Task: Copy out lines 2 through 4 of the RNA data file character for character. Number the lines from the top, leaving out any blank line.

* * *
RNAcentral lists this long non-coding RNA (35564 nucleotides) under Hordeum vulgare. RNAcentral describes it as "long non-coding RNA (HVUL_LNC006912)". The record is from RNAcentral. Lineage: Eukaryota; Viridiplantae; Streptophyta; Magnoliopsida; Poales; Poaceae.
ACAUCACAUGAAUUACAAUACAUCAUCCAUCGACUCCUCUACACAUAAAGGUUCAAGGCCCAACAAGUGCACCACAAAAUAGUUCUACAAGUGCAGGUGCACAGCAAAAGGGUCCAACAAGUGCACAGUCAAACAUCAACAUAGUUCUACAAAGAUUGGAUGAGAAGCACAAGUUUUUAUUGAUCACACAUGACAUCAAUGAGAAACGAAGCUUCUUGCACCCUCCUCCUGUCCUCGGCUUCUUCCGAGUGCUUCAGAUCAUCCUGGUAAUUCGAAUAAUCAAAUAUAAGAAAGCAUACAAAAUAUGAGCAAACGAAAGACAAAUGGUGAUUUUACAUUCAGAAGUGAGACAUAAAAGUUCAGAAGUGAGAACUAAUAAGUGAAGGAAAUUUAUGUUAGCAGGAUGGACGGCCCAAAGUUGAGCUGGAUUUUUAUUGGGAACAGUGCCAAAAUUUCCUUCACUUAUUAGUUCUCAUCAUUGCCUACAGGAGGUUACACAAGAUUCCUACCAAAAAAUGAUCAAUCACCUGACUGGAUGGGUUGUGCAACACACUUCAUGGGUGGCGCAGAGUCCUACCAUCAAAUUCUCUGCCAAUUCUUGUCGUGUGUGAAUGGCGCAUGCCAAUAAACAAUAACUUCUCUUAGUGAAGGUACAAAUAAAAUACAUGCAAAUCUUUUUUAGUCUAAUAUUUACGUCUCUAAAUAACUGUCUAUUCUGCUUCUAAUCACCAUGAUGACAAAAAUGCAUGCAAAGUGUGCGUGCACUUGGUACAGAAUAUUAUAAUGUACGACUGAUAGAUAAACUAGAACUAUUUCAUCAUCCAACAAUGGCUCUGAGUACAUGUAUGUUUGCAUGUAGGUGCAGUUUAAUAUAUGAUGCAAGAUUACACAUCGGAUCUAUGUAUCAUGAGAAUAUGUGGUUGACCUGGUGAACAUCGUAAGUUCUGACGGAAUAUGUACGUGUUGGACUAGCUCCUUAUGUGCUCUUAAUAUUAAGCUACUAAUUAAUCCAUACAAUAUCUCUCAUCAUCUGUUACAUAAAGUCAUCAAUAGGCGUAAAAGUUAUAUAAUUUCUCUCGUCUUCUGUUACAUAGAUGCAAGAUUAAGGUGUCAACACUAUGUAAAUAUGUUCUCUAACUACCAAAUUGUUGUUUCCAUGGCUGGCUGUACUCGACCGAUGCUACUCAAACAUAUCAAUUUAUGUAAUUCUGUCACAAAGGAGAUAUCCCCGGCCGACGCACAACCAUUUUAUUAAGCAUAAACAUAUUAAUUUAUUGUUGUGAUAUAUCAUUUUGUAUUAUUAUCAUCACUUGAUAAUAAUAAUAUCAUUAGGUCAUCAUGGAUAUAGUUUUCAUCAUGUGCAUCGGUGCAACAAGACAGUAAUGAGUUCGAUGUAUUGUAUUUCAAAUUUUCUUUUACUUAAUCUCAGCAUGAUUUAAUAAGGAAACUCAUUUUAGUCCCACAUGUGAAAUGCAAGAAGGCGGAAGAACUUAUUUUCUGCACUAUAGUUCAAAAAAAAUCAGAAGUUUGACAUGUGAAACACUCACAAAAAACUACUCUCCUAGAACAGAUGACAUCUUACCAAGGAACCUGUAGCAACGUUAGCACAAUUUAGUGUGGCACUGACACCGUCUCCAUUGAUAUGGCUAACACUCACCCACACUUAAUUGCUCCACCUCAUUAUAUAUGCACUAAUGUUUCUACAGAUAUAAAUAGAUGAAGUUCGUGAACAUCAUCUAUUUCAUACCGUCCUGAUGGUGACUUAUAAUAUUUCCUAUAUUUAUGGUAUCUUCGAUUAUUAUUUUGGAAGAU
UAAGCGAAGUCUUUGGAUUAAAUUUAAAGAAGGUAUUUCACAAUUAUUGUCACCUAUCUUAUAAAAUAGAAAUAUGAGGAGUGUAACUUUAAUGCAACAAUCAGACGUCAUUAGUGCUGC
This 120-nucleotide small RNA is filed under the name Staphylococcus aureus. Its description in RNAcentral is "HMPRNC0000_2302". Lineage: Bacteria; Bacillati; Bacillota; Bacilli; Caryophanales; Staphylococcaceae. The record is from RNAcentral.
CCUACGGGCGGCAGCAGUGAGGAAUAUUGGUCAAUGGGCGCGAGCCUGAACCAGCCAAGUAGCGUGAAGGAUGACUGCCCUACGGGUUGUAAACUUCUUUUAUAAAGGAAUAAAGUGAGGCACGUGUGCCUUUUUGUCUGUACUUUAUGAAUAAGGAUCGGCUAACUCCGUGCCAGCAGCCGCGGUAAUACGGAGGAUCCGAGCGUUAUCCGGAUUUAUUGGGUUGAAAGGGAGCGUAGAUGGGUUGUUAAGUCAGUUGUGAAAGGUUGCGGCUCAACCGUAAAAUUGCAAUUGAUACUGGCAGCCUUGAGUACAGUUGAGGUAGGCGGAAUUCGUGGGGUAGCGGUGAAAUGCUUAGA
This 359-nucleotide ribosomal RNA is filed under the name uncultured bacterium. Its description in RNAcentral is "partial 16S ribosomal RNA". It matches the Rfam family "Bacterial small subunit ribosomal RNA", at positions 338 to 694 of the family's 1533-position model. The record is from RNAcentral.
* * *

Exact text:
ACAUCACAUGAAUUACAAUACAUCAUCCAUCGACUCCUCUACACAUAAAGGUUCAAGGCCCAACAAGUGCACCACAAAAUAGUUCUACAAGUGCAGGUGCACAGCAAAAGGGUCCAACAAGUGCACAGUCAAACAUCAACAUAGUUCUACAAAGAUUGGAUGAGAAGCACAAGUUUUUAUUGAUCACACAUGACAUCAAUGAGAAACGAAGCUUCUUGCACCCUCCUCCUGUCCUCGGCUUCUUCCGAGUGCUUCAGAUCAUCCUGGUAAUUCGAAUAAUCAAAUAUAAGAAAGCAUACAAAAUAUGAGCAAACGAAAGACAAAUGGUGAUUUUACAUUCAGAAGUGAGACAUAAAAGUUCAGAAGUGAGAACUAAUAAGUGAAGGAAAUUUAUGUUAGCAGGAUGGACGGCCCAAAGUUGAGCUGGAUUUUUAUUGGGAACAGUGCCAAAAUUUCCUUCACUUAUUAGUUCUCAUCAUUGCCUACAGGAGGUUACACAAGAUUCCUACCAAAAAAUGAUCAAUCACCUGACUGGAUGGGUUGUGCAACACACUUCAUGGGUGGCGCAGAGUCCUACCAUCAAAUUCUCUGCCAAUUCUUGUCGUGUGUGAAUGGCGCAUGCCAAUAAACAAUAACUUCUCUUAGUGAAGGUACAAAUAAAAUACAUGCAAAUCUUUUUUAGUCUAAUAUUUACGUCUCUAAAUAACUGUCUAUUCUGCUUCUAAUCACCAUGAUGACAAAAAUGCAUGCAAAGUGUGCGUGCACUUGGUACAGAAUAUUAUAAUGUACGACUGAUAGAUAAACUAGAACUAUUUCAUCAUCCAACAAUGGCUCUGAGUACAUGUAUGUUUGCAUGUAGGUGCAGUUUAAUAUAUGAUGCAAGAUUACACAUCGGAUCUAUGUAUCAUGAGAAUAUGUGGUUGACCUGGUGAACAUCGUAAGUUCUGACGGAAUAUGUACGUGUUGGACUAGCUCCUUAUGUGCUCUUAAUAUUAAGCUACUAAUUAAUCCAUACAAUAUCUCUCAUCAUCUGUUACAUAAAGUCAUCAAUAGGCGUAAAAGUUAUAUAAUUUCUCUCGUCUUCUGUUACAUAGAUGCAAGAUUAAGGUGUCAACACUAUGUAAAUAUGUUCUCUAACUACCAAAUUGUUGUUUCCAUGGCUGGCUGUACUCGACCGAUGCUACUCAAACAUAUCAAUUUAUGUAAUUCUGUCACAAAGGAGAUAUCCCCGGCCGACGCACAACCAUUUUAUUAAGCAUAAACAUAUUAAUUUAUUGUUGUGAUAUAUCAUUUUGUAUUAUUAUCAUCACUUGAUAAUAAUAAUAUCAUUAGGUCAUCAUGGAUAUAGUUUUCAUCAUGUGCAUCGGUGCAACAAGACAGUAAUGAGUUCGAUGUAUUGUAUUUCAAAUUUUCUUUUACUUAAUCUCAGCAUGAUUUAAUAAGGAAACUCAUUUUAGUCCCACAUGUGAAAUGCAAGAAGGCGGAAGAACUUAUUUUCUGCACUAUAGUUCAAAAAAAAUCAGAAGUUUGACAUGUGAAACACUCACAAAAAACUACUCUCCUAGAACAGAUGACAUCUUACCAAGGAACCUGUAGCAACGUUAGCACAAUUUAGUGUGGCACUGACACCGUCUCCAUUGAUAUGGCUAACACUCACCCACACUUAAUUGCUCCACCUCAUUAUAUAUGCACUAAUGUUUCUACAGAUAUAAAUAGAUGAAGUUCGUGAACAUCAUCUAUUUCAUACCGUCCUGAUGGUGACUUAUAAUAUUUCCUAUAUUUAUGGUAUCUUCGAUUAUUAUUUUGGAAGAU
UAAGCGAAGUCUUUGGAUUAAAUUUAAAGAAGGUAUUUCACAAUUAUUGUCACCUAUCUUAUAAAAUAGAAAUAUGAGGAGUGUAACUUUAAUGCAACAAUCAGACGUCAUUAGUGCUGC
This 120-nucleotide small RNA is filed under the name Staphylococcus aureus. Its description in RNAcentral is "HMPRNC0000_2302". Lineage: Bacteria; Bacillati; Bacillota; Bacilli; Caryophanales; Staphylococcaceae. The record is from RNAcentral.